Dusting It Off

by Gary Whitten

Darkness.

Soon, though, a door creaks open and the dim glow of a candle pushes back the darkness a bit. A shuffle of feet and a bespectacled face appears behind the candle’s flame. The door is pushed mostly shut and the middle-aged man moves across the room past shadows that reveal shelves and a drawing table until a desk is reached. The candle is tipped forward towards a lantern which flares to life, eliciting a murmur of surprise from the man. The desk is illuminated fully, revealing a tome, and some unbound parchment. A colorful map is carefully affixed to the wall over the desk. He settles into a chair, coughing slightly at the dust that swirls around as he does so.

Looking at the desk for a few long moments, he picks up a couple pieces of parchment, turns to the side and gently blows a generous helping of dust off of them. A pair of sneezes from the floor causes the man to look down, seeing a pair of cats, one pure black and one a gray and white mix. His blue eyes sparkle bemusedly and he turns back to the desk, dispensing of other layers of dust from the surface. Looking at the last entry in the tome, he grunts in surprise, speaking for the first time, “Three years! Where does the time go?” Shaking his head slightly, he picks up a quill and inkwell, looks at them and then discards them. After selecting a new set from a desk drawer, he dips the quill in, thinks a moment and then begins writing from where he left off.

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Three years. Where DOES the time go? Like life, my campaign still goes on, mostly with the same players as when I last wrote although with a new set of characters and actually a few months earlier in time.   I love the creative outlet it gives me, not to mention the pleasure it gives me creating adventures for the players. When I started this blog, I was intending on using this as one of many pieces to help generate a second stream of income selling adventures and setting products, based in my campaign world. It’s only taken me 40+ years but I’ve finally firmly admitted to myself that I work far better for someone else than I do for myself. Like many creative types, I have some level or flavor (undiagnosed) of ADD/ADHD so it doesn’t take much to get me distracted. Shiny! Squirrel! Sound familiar? The players I currently have in my campaign, and those in the past, have almost all seemed to vastly enjoy my games and I have created some great content to entertain them. When it comes to created products worthy of sale from that content, I could make 40-70% of 20 great products. However, that leaves 30-60% of not-so-great portions of 20 products and that’s just not going to do it. So, unless I get some serious self-discipline for my 47th birthday and develop a sudden distaste for MMOs and 4X games, this is all going to be about recreational blogging.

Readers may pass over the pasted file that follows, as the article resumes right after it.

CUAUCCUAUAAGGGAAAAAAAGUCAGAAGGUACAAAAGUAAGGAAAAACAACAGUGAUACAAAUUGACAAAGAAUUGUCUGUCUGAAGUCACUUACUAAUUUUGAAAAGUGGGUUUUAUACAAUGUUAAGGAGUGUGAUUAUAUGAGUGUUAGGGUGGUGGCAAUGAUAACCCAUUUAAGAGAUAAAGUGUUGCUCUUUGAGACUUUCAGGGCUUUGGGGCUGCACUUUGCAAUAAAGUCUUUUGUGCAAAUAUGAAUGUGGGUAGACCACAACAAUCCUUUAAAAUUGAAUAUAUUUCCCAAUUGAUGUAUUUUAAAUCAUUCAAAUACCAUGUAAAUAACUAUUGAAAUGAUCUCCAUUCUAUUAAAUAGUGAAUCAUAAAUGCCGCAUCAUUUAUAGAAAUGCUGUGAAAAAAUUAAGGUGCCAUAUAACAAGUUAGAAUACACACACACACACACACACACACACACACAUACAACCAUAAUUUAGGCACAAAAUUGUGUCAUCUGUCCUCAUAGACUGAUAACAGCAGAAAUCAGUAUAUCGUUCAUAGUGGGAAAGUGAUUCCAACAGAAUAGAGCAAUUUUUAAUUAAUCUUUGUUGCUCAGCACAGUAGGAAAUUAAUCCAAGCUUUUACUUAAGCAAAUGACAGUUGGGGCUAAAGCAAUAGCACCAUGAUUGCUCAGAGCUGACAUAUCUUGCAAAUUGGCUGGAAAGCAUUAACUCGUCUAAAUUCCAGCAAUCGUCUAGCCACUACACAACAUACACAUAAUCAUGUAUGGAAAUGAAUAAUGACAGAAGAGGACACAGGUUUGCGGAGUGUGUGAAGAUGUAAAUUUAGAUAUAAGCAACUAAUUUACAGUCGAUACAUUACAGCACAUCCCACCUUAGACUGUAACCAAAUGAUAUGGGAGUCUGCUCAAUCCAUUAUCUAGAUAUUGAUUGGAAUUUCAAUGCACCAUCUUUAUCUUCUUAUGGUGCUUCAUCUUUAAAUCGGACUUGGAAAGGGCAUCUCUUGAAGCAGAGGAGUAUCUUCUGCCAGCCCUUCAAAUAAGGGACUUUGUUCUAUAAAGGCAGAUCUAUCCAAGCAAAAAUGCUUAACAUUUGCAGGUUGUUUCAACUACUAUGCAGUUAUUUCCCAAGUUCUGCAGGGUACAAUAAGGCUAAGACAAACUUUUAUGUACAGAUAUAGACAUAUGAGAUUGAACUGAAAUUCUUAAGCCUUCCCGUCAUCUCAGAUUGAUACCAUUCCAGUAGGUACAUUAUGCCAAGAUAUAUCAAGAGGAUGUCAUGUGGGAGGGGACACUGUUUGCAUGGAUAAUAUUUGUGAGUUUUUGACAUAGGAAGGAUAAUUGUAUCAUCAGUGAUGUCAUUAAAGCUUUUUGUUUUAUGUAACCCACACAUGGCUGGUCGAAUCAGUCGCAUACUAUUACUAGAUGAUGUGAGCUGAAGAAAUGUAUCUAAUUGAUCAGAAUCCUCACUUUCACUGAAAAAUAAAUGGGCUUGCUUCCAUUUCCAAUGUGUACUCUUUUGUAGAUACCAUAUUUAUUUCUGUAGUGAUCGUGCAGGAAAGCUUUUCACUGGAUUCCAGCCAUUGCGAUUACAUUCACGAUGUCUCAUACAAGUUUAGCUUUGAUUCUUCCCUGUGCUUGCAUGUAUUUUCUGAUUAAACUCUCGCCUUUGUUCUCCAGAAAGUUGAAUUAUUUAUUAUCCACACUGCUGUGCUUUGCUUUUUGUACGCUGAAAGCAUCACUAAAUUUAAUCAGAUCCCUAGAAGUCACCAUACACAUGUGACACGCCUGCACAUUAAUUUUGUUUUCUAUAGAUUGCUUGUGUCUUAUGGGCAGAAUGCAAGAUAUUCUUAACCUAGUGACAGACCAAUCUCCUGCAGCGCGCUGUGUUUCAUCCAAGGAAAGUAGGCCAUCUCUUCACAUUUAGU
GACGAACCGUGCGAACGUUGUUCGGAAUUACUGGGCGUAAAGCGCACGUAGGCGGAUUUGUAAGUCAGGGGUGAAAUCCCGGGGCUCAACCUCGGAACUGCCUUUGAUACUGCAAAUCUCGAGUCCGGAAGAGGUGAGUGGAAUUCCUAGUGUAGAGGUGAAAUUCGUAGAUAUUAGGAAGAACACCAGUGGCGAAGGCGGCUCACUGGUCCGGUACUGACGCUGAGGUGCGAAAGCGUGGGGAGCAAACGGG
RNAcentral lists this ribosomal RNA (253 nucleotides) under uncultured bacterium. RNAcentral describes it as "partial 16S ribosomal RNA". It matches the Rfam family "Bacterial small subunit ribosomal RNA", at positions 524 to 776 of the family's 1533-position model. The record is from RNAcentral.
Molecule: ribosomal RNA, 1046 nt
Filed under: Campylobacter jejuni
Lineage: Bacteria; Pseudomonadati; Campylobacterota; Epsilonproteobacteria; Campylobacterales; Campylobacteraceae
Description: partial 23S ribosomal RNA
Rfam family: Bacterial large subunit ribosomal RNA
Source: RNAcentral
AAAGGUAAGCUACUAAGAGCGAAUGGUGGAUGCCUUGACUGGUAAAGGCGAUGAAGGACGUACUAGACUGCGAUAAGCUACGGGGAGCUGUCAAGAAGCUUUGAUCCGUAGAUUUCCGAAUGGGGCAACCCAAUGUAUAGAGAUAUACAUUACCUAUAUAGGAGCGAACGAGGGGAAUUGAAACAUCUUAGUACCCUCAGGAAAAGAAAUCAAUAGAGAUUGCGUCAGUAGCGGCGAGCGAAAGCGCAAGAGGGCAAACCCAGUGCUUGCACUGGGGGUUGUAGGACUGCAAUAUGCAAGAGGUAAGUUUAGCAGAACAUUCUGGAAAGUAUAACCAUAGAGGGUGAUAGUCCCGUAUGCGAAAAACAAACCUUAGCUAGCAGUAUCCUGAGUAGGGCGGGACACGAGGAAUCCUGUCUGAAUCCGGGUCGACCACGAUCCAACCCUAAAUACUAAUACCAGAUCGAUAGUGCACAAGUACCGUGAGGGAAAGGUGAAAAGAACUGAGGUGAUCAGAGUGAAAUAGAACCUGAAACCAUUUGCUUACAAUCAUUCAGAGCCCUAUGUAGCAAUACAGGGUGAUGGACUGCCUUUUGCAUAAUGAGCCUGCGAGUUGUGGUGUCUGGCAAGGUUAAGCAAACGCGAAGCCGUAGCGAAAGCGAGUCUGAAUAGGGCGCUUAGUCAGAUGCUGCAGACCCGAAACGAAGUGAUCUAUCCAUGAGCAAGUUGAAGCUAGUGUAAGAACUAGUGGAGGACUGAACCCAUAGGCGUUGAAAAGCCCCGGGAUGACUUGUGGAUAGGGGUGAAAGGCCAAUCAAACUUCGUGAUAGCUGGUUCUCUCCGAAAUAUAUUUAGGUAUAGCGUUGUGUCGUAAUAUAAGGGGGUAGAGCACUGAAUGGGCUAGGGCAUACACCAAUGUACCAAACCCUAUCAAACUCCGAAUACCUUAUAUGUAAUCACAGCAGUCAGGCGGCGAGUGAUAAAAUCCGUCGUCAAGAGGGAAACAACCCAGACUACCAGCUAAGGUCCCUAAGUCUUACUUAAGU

But, as I like GMing, I also enjoy writing these blog entries. I also thought I had a few written already but they’re either on paper somewhere in one of my many notebooks, or they’re a victim of a failed auto-save somewhere. So here’s the deal: I’m going to write when I can and I’ll write about whatever subject comes to mind. No worries, it’ll be about gaming, and it’ll likely be related to my campaign in some shape or fashion. Oh, one other thing. It will be quality.

As I mentioned, the campaign is still ongoing. We play using Fantasy Grounds 2 software. I have players in three different time zones, with me in a fourth, usually playing early afternoon (for me) on Sunday afternoons. I have still maintained the entirety of the campaign in (or under) the boundaries of the 30 by 20 mile campaign area known as the Valley of Aesri although this hasn’t stopped me from biting off more than I can chew by imagining vast, cool ideas. I’ll probably write about this tendency and how I (sorta/kinda) get myself out of it. In the three years I’ve been silent, the main members of the party have gone from first level up to tenth (remember, with Fantasy Grounds, almost everything is text, or at least it is with us) over about 65 sessions.  One member did his last military deployment overseas, has safely returned and is now retired. At one point, I’ll write about how I handled his departure from the game including a polished excerpt from the game log. The player wanted to surprise the rest of the party with the news so they were NOT in on it; the reactions were incredible.

All content Copyright 2009-2015 Gary Whitten